It also has to be said, the whole intellectual basis for an inflation target is dead: set a target, establish an independent central bank with a committee of economists whose sole purpose is to target inflation only and economic nirvana will be guaranteed. It didn't turn out that way for the Bank of England. Various members of the MPC are still burbling on about the importance of the inflation target. Sorry, but that whole idea is dead and buried. It failed. It didn't deliver the promised stability, far from it. It unloaded on us the worst financial shock in a hundred years. The Great Moderation was just luck.

Unemployment matters most

Now is the time to consider getting rid of the inflation target altogether, or at least changing it. The last thing we want is for the MPC to start raising rates or reversing quantitative easing any time soon. Now is the time to consider explicitly including unemployment in the MPC's mandate. Another option would be to switch to the all-items retail price index, which includes mortgage payments, and stands at -1.4 per cent compared with 1.1 per cent for the consumer price index, which the Bank of England has to target currently. Both would have the effect of keeping monetary policy loose for longer.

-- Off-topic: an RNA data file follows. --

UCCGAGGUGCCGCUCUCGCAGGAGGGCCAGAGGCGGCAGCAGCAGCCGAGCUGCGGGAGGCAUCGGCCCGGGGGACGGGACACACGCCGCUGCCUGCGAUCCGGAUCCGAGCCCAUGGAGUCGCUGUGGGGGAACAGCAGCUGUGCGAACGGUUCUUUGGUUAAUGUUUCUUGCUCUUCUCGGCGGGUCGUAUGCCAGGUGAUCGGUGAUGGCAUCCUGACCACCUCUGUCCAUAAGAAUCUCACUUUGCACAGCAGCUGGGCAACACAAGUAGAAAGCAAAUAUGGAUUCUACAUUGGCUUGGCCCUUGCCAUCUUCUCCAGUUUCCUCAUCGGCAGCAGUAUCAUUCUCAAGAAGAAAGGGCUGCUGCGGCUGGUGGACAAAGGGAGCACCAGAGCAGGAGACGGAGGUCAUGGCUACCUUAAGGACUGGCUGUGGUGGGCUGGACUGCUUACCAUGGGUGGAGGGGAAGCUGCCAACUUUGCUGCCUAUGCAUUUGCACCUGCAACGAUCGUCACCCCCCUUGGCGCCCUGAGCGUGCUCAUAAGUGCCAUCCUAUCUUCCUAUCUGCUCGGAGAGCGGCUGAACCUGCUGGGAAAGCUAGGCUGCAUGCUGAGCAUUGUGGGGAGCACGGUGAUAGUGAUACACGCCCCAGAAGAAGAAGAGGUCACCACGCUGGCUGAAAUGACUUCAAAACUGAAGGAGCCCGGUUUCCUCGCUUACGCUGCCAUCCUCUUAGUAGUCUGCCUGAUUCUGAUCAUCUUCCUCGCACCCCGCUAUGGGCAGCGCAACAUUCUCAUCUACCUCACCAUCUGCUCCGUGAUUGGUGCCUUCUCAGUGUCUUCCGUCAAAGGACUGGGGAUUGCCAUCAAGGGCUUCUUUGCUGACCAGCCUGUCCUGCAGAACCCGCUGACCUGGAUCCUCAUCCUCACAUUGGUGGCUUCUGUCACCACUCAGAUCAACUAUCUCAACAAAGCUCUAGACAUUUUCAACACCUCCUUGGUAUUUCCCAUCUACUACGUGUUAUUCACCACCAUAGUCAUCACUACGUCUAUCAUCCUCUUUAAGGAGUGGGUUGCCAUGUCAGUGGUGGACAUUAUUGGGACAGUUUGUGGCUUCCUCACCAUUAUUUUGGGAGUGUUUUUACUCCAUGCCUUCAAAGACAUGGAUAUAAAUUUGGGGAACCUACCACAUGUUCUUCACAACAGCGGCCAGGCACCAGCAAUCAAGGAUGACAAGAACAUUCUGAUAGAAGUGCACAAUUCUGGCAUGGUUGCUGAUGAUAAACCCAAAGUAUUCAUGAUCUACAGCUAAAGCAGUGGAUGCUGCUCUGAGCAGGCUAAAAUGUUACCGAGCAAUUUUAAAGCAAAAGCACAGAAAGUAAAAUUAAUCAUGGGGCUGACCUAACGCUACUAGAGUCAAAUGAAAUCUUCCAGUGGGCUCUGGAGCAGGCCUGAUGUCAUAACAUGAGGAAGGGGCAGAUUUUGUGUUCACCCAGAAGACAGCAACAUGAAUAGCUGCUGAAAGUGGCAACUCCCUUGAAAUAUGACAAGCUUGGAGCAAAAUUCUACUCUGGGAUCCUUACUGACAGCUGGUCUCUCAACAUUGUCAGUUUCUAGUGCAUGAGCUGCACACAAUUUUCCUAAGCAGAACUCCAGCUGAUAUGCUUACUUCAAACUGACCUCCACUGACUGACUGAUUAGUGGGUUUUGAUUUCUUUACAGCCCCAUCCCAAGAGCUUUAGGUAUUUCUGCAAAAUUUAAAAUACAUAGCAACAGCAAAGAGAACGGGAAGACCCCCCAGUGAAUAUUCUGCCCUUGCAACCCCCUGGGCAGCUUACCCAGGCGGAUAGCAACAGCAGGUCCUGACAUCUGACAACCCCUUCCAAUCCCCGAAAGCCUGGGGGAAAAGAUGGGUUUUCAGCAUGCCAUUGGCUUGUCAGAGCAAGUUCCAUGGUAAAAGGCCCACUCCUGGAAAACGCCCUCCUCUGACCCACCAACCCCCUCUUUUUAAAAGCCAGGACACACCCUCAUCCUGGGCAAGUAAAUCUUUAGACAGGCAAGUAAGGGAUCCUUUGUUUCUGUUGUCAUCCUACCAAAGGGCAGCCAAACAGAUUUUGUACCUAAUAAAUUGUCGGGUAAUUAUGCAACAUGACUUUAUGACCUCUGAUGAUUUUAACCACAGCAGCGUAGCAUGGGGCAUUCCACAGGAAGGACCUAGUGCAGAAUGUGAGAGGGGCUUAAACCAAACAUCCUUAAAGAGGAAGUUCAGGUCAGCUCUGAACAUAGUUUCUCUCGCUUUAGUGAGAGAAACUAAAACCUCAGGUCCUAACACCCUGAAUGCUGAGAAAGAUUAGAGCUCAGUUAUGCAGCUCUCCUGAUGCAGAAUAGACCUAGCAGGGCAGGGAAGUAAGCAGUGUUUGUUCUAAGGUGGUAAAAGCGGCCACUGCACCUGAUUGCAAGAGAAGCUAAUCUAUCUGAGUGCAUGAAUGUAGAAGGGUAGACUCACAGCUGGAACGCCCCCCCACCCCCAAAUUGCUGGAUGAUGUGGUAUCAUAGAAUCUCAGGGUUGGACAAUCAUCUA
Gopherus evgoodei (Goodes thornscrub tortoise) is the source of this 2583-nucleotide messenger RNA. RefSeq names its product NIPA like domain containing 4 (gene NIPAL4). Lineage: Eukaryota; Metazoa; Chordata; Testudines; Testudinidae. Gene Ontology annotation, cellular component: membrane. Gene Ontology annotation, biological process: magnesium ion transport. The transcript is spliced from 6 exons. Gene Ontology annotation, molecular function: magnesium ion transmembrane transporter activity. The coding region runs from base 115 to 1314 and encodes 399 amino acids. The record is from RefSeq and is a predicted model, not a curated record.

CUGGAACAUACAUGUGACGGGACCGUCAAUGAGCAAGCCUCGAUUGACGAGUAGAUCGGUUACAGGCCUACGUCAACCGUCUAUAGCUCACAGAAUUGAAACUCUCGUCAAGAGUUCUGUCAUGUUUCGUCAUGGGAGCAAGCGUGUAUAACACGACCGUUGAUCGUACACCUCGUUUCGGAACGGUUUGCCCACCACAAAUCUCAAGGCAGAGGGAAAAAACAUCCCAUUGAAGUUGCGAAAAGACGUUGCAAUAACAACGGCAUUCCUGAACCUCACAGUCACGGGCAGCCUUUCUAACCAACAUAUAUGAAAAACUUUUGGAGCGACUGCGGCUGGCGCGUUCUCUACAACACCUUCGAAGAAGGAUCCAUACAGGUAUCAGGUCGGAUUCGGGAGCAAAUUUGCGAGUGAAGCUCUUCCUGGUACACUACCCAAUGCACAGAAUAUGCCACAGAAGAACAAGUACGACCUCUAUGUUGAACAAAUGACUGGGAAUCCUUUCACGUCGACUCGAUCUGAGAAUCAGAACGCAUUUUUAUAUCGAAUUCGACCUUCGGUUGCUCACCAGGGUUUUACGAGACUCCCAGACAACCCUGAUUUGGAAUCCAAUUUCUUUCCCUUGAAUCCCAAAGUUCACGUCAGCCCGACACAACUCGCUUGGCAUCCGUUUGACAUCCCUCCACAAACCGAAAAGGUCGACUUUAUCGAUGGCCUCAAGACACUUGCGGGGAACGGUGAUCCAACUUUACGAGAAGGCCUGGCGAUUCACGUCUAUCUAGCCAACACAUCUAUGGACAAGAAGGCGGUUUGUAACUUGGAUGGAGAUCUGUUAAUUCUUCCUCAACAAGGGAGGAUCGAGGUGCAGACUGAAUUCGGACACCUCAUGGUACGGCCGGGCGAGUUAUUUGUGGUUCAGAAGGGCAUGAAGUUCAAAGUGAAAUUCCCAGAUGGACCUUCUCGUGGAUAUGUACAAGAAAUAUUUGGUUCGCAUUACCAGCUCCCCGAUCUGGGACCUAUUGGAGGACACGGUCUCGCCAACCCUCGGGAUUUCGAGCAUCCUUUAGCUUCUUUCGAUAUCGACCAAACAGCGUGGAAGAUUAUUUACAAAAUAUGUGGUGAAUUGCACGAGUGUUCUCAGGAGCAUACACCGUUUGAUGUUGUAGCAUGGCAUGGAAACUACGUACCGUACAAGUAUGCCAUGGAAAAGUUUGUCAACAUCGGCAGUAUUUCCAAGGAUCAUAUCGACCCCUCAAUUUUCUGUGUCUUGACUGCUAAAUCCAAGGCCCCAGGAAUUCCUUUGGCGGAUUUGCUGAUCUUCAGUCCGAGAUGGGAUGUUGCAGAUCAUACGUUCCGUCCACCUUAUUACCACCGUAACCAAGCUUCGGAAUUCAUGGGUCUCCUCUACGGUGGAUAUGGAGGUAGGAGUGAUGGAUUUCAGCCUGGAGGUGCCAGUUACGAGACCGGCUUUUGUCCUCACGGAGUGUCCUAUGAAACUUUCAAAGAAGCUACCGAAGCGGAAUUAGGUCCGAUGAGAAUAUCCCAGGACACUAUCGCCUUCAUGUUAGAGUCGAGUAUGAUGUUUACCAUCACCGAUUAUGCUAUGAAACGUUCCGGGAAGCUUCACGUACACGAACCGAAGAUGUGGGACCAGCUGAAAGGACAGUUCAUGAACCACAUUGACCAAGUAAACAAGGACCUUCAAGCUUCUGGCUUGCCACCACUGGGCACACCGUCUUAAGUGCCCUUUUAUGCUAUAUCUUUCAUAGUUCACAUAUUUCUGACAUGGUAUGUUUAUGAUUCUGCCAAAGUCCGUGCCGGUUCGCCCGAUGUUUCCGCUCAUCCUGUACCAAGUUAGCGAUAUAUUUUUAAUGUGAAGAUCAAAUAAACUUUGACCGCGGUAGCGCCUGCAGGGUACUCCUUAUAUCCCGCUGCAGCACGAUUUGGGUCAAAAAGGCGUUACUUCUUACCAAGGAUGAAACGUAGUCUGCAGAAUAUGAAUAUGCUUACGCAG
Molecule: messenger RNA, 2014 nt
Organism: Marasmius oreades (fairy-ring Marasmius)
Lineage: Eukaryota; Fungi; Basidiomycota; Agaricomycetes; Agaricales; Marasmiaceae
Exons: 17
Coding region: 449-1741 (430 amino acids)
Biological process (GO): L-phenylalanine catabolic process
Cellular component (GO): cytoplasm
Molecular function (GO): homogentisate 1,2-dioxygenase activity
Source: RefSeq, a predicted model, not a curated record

The legislation does allow for the government, if the national interest demands it, to give instructions to the Bank on interest rates for a limited period. These feel like "extreme circumstances" to me. Demand away, Alistair.

To repeat: unemployment matters more than inflation, in this world rather than in the made-up dreamworld most economists live in. Time to keep the man on the Clapham omnibus in a job. So, Dave, I vote for option two, please.

David Blanchflower is professor of economics at Dartmouth College, New Hampshire, and at the University of Stirling
Watch an interview with Prof Blanchflower on YouTube

David Blanchflower is economics editor of the New Statesman and professor of economics at Dartmouth College, New Hampshire

This article first appeared in the 19 October 2009 issue of the New Statesman, The Strange Death of Labour England

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This Ada Lovelace Day, let’s celebrate women in tech while confronting its sexist culture

In an industry where men hold most of the jobs and write most of the code, celebrating women's contributions on one day a year isn't enough.